Data is all around us and can help us to understand many things. Making a pretty graph is great, but how can we tell the difference between a few outliers on a graph and a real, reliable effect? Is a trend that we see on a graph a reliable result or just random chance playing tricks? In this course, you will learn how to interrogate datasets in a rigorous way, giving clear answers to your questions. You will learn a range of statistical tests, how to apply them, how to understand their results, and how to deal with their shortcomings. Along the way, you will explore Olympic athlete data and the differences between populations of continents.
The Basics of Statistical Hypothesis TestingFree
In this chapter, you will learn how to explore your data and ask meaningful questions. Then, you will discover how to answer these question by using your first statistical hypothesis tests: the t-test, the Chi-Square test, the Fisher exact test, and the Pearson correlation test.
Design Considerations in Experimental Design
In this chapter, you will learn how to examine and multiple factors at once, controlling for the effect of confounding variables and examining interactions between variables. You will learn how to use randomization and blocking to build robust tests and how to use the powerful ANOVA method.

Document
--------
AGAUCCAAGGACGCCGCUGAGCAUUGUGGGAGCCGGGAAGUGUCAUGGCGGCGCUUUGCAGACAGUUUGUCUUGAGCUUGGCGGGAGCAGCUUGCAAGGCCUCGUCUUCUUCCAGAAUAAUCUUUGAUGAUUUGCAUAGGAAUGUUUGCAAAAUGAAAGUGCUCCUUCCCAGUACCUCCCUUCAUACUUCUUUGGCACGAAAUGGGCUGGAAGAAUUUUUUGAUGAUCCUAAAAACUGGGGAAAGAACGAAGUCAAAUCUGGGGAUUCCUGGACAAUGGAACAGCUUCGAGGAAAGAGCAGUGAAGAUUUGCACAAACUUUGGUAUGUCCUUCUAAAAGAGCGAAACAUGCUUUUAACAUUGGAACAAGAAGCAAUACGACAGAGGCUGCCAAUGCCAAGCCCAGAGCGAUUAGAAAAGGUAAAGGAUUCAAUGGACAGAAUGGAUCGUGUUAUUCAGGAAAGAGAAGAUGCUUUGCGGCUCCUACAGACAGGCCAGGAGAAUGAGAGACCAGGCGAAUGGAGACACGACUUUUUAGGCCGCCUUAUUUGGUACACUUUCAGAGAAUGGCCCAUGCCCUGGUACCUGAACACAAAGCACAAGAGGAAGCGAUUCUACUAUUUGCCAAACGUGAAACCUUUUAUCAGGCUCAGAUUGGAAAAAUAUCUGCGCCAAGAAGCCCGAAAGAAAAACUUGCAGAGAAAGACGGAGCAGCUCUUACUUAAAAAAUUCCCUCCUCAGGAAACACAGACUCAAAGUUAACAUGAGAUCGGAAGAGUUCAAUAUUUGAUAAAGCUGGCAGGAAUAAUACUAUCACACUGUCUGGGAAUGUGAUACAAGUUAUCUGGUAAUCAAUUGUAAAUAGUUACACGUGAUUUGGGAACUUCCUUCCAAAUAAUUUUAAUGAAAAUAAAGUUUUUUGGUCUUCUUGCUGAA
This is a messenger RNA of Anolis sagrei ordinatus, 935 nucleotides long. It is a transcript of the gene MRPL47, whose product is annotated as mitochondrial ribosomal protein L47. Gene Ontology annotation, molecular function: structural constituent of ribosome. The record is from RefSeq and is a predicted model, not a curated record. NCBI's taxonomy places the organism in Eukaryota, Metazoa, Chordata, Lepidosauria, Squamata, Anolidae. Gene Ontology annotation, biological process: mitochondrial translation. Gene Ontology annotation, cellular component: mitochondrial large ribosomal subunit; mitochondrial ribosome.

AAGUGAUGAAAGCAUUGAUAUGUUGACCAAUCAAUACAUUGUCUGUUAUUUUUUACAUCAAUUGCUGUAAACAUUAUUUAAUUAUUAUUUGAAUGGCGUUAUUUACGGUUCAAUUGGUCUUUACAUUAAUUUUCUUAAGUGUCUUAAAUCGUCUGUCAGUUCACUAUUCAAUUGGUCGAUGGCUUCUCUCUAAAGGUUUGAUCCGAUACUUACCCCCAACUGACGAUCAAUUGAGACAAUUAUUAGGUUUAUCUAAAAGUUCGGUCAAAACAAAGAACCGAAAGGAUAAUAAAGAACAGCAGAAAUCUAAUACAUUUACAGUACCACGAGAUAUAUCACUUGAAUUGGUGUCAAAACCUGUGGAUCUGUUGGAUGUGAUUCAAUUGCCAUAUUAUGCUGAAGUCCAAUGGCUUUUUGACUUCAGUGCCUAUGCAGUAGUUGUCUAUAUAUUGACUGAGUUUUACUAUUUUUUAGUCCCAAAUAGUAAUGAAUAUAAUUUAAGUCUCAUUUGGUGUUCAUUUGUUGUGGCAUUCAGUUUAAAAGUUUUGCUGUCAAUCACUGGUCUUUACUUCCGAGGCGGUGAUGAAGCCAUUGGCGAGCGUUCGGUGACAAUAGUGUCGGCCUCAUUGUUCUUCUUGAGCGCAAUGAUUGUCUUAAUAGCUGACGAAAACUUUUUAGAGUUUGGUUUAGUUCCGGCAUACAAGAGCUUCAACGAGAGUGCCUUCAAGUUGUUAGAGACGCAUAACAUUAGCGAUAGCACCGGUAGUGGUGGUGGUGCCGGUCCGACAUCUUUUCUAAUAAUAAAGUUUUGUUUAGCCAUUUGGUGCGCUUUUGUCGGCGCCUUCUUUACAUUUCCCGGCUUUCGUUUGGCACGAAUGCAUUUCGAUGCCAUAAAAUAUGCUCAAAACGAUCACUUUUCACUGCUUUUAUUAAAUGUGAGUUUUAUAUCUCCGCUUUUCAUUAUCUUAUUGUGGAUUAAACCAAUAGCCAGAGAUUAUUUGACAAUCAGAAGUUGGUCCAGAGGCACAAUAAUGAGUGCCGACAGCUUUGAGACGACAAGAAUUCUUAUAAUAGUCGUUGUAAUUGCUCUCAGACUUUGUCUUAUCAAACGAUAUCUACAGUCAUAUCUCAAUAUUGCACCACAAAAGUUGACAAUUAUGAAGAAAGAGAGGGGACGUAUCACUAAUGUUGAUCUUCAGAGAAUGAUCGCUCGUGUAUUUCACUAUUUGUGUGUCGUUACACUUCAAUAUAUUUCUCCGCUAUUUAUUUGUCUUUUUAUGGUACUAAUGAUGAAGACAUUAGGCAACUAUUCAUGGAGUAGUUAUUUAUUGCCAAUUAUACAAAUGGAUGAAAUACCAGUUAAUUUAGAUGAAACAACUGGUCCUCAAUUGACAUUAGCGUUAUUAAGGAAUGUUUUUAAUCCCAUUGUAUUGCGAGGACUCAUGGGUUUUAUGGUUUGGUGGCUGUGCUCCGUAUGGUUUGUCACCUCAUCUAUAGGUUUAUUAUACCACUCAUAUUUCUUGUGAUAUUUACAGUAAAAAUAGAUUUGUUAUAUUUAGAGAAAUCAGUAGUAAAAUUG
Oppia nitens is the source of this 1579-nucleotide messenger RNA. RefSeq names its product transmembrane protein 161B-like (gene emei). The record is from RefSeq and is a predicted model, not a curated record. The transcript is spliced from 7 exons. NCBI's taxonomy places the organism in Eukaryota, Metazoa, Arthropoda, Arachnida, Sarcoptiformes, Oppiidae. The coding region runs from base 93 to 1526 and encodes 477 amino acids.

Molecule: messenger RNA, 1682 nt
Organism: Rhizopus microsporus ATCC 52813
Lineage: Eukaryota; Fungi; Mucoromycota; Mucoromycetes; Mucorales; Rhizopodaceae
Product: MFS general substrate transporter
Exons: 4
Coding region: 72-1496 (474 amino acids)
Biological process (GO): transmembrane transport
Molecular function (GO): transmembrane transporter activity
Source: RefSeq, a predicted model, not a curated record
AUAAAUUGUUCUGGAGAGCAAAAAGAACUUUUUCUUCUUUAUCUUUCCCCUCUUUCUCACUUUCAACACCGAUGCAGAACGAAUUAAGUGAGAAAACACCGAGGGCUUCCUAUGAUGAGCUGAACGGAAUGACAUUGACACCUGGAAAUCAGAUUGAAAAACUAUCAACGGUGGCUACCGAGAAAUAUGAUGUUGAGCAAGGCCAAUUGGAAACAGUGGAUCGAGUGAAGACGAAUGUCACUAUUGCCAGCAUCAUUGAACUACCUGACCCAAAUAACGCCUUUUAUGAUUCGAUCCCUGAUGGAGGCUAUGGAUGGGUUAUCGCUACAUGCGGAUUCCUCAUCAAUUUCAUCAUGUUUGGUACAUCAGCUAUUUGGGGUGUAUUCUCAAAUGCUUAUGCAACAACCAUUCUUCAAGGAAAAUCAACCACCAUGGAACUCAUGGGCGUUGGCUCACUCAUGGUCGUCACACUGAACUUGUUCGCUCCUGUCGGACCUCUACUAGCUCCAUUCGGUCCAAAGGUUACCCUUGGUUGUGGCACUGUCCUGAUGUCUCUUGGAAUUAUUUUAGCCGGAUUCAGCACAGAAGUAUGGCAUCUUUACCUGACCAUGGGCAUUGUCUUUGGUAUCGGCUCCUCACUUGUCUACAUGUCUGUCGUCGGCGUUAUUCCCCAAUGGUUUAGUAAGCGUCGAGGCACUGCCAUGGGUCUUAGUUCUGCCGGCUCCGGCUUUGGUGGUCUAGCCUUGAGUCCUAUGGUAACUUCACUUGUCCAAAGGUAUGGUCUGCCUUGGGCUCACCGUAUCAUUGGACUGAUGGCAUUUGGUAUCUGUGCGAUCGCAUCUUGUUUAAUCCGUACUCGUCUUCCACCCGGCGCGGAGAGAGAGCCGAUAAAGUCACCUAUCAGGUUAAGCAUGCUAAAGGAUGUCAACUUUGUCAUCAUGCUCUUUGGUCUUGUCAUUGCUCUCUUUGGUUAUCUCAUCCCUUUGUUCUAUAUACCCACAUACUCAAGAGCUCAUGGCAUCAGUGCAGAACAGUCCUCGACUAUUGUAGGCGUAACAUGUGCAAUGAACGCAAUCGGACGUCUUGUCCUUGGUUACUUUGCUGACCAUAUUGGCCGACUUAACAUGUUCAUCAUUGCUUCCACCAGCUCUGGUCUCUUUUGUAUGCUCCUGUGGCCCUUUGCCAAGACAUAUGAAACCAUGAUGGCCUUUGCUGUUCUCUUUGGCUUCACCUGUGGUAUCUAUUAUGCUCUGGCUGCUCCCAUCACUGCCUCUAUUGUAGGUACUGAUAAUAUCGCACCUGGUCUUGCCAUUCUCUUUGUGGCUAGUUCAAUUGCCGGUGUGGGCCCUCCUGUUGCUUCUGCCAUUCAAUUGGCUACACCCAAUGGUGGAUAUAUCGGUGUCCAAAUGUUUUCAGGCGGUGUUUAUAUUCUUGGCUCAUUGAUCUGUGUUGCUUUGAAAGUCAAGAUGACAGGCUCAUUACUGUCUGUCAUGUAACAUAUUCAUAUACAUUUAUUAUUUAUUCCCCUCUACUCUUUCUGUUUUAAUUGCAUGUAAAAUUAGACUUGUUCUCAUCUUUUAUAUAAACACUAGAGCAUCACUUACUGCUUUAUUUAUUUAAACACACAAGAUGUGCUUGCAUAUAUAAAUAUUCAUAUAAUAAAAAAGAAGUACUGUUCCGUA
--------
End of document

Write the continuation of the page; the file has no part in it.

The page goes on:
Sample size, Power analysis, and Effect size
In this chapter, you will focus on ways to avoid drawing false conclusions, whether false positives (type I errors) or false negatives (type II errors). Central to avoiding false negatives is understanding the interplay between sample size, power analysis, and effect size.
Testing Normality: Parametric and Non-parametric Tests
In this final chapter, you will examine the assumptions underlying statistical tests and learn about how that influences your experimental design. This will include learning whether a variable follows a normal distribution and when you should use non-parametric statistical tests like the Wilcoxon rank-sum test and the Spearman correlation test.
Luke is a Senior Data Scientist at Conjura, where he applies statistics, machine learning and data visualisation to commercial problems. While working as a researcher, his research projects included using machine learning methods and gene expression data to model biological age and measure tissue rejuvenation and developing statistical methods to measure developmental variability. He has worked in the Averof Lab and Pantalacci/Sémon labs at the ENS de Lyon and holds a PhD from the National University of Ireland, Galway.
His personal ambition is to find a really good excuse to use a polar area graph.